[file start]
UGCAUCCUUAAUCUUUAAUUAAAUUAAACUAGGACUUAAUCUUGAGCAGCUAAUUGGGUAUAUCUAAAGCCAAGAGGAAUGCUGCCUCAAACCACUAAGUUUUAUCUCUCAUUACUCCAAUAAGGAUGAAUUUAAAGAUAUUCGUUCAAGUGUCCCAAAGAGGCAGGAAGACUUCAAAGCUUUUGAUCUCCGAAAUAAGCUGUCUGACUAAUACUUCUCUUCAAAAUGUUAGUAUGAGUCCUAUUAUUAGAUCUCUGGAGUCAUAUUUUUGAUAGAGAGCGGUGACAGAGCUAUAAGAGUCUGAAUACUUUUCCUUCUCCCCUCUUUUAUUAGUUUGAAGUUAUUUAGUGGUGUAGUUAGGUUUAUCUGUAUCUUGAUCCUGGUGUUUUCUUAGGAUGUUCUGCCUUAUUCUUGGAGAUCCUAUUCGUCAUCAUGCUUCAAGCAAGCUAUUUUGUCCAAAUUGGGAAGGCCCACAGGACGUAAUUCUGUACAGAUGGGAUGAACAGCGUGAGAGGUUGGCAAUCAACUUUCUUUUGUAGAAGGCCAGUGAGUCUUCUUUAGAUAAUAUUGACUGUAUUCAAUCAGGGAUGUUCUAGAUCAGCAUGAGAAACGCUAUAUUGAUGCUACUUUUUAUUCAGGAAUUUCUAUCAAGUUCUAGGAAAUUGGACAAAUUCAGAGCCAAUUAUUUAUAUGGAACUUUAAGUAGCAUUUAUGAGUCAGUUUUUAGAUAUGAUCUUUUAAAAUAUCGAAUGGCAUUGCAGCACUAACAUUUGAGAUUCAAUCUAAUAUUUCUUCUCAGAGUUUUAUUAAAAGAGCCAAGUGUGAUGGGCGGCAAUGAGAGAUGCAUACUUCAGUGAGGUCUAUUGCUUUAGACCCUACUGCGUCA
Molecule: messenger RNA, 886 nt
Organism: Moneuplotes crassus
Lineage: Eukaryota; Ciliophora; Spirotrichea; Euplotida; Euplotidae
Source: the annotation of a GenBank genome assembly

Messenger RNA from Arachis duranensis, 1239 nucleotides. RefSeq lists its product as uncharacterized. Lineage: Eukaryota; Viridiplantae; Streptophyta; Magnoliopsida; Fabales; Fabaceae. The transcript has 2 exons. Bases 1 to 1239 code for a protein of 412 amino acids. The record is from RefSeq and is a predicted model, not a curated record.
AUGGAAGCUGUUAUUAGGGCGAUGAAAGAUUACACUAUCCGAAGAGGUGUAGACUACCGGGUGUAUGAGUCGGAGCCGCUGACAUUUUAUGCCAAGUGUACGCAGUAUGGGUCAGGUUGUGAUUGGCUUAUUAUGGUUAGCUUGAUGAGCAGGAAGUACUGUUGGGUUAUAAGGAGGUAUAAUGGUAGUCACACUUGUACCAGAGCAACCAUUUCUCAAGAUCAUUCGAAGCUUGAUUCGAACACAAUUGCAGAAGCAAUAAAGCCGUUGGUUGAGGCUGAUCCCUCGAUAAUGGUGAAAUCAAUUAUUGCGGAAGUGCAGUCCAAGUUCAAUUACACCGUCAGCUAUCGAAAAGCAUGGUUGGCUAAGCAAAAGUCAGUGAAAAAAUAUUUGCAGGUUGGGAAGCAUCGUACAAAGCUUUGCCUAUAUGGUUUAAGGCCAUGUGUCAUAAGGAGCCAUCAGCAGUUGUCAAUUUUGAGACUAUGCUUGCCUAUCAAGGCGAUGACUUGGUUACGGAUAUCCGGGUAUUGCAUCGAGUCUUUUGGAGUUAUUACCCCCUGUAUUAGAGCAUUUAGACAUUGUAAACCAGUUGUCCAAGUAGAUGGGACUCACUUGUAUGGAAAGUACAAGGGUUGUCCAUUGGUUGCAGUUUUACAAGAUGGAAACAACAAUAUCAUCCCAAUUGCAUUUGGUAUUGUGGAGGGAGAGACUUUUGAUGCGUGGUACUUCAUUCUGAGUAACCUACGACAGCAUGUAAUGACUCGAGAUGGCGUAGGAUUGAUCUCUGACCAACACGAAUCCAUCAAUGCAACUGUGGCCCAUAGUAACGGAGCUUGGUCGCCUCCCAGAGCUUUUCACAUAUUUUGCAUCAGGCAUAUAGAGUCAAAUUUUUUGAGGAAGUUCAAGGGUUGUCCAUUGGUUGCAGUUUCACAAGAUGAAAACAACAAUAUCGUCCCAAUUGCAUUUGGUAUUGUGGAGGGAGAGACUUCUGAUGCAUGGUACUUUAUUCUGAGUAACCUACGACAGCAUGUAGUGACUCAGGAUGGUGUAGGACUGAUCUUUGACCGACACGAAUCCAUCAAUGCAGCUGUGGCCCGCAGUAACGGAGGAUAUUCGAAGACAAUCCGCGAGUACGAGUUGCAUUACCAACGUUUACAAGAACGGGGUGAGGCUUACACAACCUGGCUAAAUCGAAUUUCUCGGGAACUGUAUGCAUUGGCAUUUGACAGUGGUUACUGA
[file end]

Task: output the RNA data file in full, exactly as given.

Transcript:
UGCAUCCUUAAUCUUUAAUUAAAUUAAACUAGGACUUAAUCUUGAGCAGCUAAUUGGGUAUAUCUAAAGCCAAGAGGAAUGCUGCCUCAAACCACUAAGUUUUAUCUCUCAUUACUCCAAUAAGGAUGAAUUUAAAGAUAUUCGUUCAAGUGUCCCAAAGAGGCAGGAAGACUUCAAAGCUUUUGAUCUCCGAAAUAAGCUGUCUGACUAAUACUUCUCUUCAAAAUGUUAGUAUGAGUCCUAUUAUUAGAUCUCUGGAGUCAUAUUUUUGAUAGAGAGCGGUGACAGAGCUAUAAGAGUCUGAAUACUUUUCCUUCUCCCCUCUUUUAUUAGUUUGAAGUUAUUUAGUGGUGUAGUUAGGUUUAUCUGUAUCUUGAUCCUGGUGUUUUCUUAGGAUGUUCUGCCUUAUUCUUGGAGAUCCUAUUCGUCAUCAUGCUUCAAGCAAGCUAUUUUGUCCAAAUUGGGAAGGCCCACAGGACGUAAUUCUGUACAGAUGGGAUGAACAGCGUGAGAGGUUGGCAAUCAACUUUCUUUUGUAGAAGGCCAGUGAGUCUUCUUUAGAUAAUAUUGACUGUAUUCAAUCAGGGAUGUUCUAGAUCAGCAUGAGAAACGCUAUAUUGAUGCUACUUUUUAUUCAGGAAUUUCUAUCAAGUUCUAGGAAAUUGGACAAAUUCAGAGCCAAUUAUUUAUAUGGAACUUUAAGUAGCAUUUAUGAGUCAGUUUUUAGAUAUGAUCUUUUAAAAUAUCGAAUGGCAUUGCAGCACUAACAUUUGAGAUUCAAUCUAAUAUUUCUUCUCAGAGUUUUAUUAAAAGAGCCAAGUGUGAUGGGCGGCAAUGAGAGAUGCAUACUUCAGUGAGGUCUAUUGCUUUAGACCCUACUGCGUCA
Molecule: messenger RNA, 886 nt
Organism: Moneuplotes crassus
Lineage: Eukaryota; Ciliophora; Spirotrichea; Euplotida; Euplotidae
Source: the annotation of a GenBank genome assembly

Messenger RNA from Arachis duranensis, 1239 nucleotides. RefSeq lists its product as uncharacterized. Lineage: Eukaryota; Viridiplantae; Streptophyta; Magnoliopsida; Fabales; Fabaceae. The transcript has 2 exons. Bases 1 to 1239 code for a protein of 412 amino acids. The record is from RefSeq and is a predicted model, not a curated record.
AUGGAAGCUGUUAUUAGGGCGAUGAAAGAUUACACUAUCCGAAGAGGUGUAGACUACCGGGUGUAUGAGUCGGAGCCGCUGACAUUUUAUGCCAAGUGUACGCAGUAUGGGUCAGGUUGUGAUUGGCUUAUUAUGGUUAGCUUGAUGAGCAGGAAGUACUGUUGGGUUAUAAGGAGGUAUAAUGGUAGUCACACUUGUACCAGAGCAACCAUUUCUCAAGAUCAUUCGAAGCUUGAUUCGAACACAAUUGCAGAAGCAAUAAAGCCGUUGGUUGAGGCUGAUCCCUCGAUAAUGGUGAAAUCAAUUAUUGCGGAAGUGCAGUCCAAGUUCAAUUACACCGUCAGCUAUCGAAAAGCAUGGUUGGCUAAGCAAAAGUCAGUGAAAAAAUAUUUGCAGGUUGGGAAGCAUCGUACAAAGCUUUGCCUAUAUGGUUUAAGGCCAUGUGUCAUAAGGAGCCAUCAGCAGUUGUCAAUUUUGAGACUAUGCUUGCCUAUCAAGGCGAUGACUUGGUUACGGAUAUCCGGGUAUUGCAUCGAGUCUUUUGGAGUUAUUACCCCCUGUAUUAGAGCAUUUAGACAUUGUAAACCAGUUGUCCAAGUAGAUGGGACUCACUUGUAUGGAAAGUACAAGGGUUGUCCAUUGGUUGCAGUUUUACAAGAUGGAAACAACAAUAUCAUCCCAAUUGCAUUUGGUAUUGUGGAGGGAGAGACUUUUGAUGCGUGGUACUUCAUUCUGAGUAACCUACGACAGCAUGUAAUGACUCGAGAUGGCGUAGGAUUGAUCUCUGACCAACACGAAUCCAUCAAUGCAACUGUGGCCCAUAGUAACGGAGCUUGGUCGCCUCCCAGAGCUUUUCACAUAUUUUGCAUCAGGCAUAUAGAGUCAAAUUUUUUGAGGAAGUUCAAGGGUUGUCCAUUGGUUGCAGUUUCACAAGAUGAAAACAACAAUAUCGUCCCAAUUGCAUUUGGUAUUGUGGAGGGAGAGACUUCUGAUGCAUGGUACUUUAUUCUGAGUAACCUACGACAGCAUGUAGUGACUCAGGAUGGUGUAGGACUGAUCUUUGACCGACACGAAUCCAUCAAUGCAGCUGUGGCCCGCAGUAACGGAGGAUAUUCGAAGACAAUCCGCGAGUACGAGUUGCAUUACCAACGUUUACAAGAACGGGGUGAGGCUUACACAACCUGGCUAAAUCGAAUUUCUCGGGAACUGUAUGCAUUGGCAUUUGACAGUGGUUACUGA